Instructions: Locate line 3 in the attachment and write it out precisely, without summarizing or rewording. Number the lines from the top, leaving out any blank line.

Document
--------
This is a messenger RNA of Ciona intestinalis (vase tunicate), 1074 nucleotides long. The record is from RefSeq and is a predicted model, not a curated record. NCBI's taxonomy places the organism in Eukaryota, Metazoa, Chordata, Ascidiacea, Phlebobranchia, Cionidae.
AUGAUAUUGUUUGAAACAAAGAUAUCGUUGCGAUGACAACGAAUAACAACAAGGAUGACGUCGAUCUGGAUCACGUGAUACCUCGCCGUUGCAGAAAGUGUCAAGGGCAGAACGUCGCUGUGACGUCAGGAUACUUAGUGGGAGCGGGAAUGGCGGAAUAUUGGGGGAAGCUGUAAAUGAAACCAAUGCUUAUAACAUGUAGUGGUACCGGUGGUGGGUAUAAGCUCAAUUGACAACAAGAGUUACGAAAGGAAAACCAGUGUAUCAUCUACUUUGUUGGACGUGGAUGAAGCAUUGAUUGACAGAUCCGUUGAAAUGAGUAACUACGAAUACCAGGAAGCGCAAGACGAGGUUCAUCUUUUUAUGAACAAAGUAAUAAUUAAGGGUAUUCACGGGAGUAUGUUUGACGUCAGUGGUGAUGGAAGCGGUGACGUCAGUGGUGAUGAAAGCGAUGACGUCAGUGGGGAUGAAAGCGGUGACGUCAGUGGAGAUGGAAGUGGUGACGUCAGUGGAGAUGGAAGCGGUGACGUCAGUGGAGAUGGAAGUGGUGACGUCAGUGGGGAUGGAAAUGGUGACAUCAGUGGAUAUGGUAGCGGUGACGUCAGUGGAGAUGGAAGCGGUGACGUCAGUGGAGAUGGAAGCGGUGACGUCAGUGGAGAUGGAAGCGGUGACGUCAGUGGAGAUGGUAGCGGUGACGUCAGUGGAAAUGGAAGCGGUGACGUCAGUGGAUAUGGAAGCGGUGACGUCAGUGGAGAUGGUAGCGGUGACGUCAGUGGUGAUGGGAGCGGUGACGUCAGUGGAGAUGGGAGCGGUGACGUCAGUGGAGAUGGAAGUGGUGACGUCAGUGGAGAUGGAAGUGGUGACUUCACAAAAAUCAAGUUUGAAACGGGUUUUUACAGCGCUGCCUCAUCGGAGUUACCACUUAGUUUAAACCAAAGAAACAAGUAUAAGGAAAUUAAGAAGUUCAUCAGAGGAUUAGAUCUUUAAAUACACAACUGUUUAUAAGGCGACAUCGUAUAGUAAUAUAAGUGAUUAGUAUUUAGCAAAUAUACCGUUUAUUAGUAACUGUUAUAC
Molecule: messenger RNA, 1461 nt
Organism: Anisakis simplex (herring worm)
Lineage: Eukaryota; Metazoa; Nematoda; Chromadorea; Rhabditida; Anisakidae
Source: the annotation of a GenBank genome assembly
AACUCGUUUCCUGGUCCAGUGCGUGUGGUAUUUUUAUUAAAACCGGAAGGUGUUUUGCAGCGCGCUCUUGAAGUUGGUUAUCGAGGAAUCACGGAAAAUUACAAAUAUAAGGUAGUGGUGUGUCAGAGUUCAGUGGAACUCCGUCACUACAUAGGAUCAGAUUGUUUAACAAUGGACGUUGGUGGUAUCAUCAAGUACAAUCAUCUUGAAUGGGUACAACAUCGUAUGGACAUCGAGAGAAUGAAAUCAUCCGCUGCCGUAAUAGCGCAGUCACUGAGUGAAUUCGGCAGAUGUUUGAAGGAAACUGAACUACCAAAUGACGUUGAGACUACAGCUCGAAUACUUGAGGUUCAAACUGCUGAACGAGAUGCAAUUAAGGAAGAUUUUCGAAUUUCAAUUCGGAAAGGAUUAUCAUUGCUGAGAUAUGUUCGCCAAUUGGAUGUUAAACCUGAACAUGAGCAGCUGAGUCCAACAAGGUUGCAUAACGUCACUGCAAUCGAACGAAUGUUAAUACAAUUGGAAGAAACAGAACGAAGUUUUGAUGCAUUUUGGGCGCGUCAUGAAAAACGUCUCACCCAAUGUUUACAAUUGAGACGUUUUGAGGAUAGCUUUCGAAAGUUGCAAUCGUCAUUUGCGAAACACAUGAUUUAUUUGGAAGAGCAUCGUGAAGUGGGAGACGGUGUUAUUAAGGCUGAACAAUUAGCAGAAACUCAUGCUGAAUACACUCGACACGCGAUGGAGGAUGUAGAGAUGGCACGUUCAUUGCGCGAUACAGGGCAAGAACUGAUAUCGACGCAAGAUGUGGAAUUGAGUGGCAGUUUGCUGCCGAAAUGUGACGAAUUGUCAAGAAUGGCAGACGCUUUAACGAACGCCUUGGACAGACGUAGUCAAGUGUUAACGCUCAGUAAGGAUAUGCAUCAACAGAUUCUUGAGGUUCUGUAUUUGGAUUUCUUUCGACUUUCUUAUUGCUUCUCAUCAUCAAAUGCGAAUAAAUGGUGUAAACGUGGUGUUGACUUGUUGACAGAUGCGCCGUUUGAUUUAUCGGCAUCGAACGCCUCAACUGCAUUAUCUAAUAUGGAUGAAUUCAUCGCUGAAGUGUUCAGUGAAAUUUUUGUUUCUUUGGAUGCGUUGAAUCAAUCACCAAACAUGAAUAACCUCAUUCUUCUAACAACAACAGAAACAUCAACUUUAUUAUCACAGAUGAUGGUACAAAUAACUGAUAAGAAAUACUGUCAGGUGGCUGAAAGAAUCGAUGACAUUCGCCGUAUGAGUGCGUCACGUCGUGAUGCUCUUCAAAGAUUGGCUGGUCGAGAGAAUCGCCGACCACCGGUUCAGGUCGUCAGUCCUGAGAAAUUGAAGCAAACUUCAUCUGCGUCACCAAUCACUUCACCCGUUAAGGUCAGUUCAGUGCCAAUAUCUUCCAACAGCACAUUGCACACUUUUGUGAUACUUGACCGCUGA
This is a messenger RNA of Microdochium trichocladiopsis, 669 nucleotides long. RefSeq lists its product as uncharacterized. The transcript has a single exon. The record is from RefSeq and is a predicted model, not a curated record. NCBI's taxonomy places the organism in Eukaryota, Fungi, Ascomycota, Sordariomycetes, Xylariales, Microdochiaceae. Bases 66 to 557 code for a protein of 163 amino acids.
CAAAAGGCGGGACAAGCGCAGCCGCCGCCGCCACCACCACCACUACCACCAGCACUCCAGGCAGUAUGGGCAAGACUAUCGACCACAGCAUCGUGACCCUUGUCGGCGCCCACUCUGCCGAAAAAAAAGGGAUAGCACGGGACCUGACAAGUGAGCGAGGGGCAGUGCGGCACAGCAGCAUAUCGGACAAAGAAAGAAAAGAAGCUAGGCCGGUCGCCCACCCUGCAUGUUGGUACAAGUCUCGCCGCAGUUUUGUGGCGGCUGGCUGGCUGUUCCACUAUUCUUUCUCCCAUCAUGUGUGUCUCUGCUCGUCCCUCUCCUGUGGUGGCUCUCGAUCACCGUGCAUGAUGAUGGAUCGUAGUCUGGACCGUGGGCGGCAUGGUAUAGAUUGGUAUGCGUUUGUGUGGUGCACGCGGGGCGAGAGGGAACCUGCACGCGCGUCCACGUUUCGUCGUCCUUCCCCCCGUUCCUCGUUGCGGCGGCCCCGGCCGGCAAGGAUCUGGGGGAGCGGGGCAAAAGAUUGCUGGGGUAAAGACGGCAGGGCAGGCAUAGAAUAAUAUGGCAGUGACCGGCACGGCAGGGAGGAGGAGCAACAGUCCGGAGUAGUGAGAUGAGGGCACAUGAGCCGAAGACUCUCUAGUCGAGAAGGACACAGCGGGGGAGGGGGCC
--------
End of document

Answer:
Molecule: messenger RNA, 1461 nt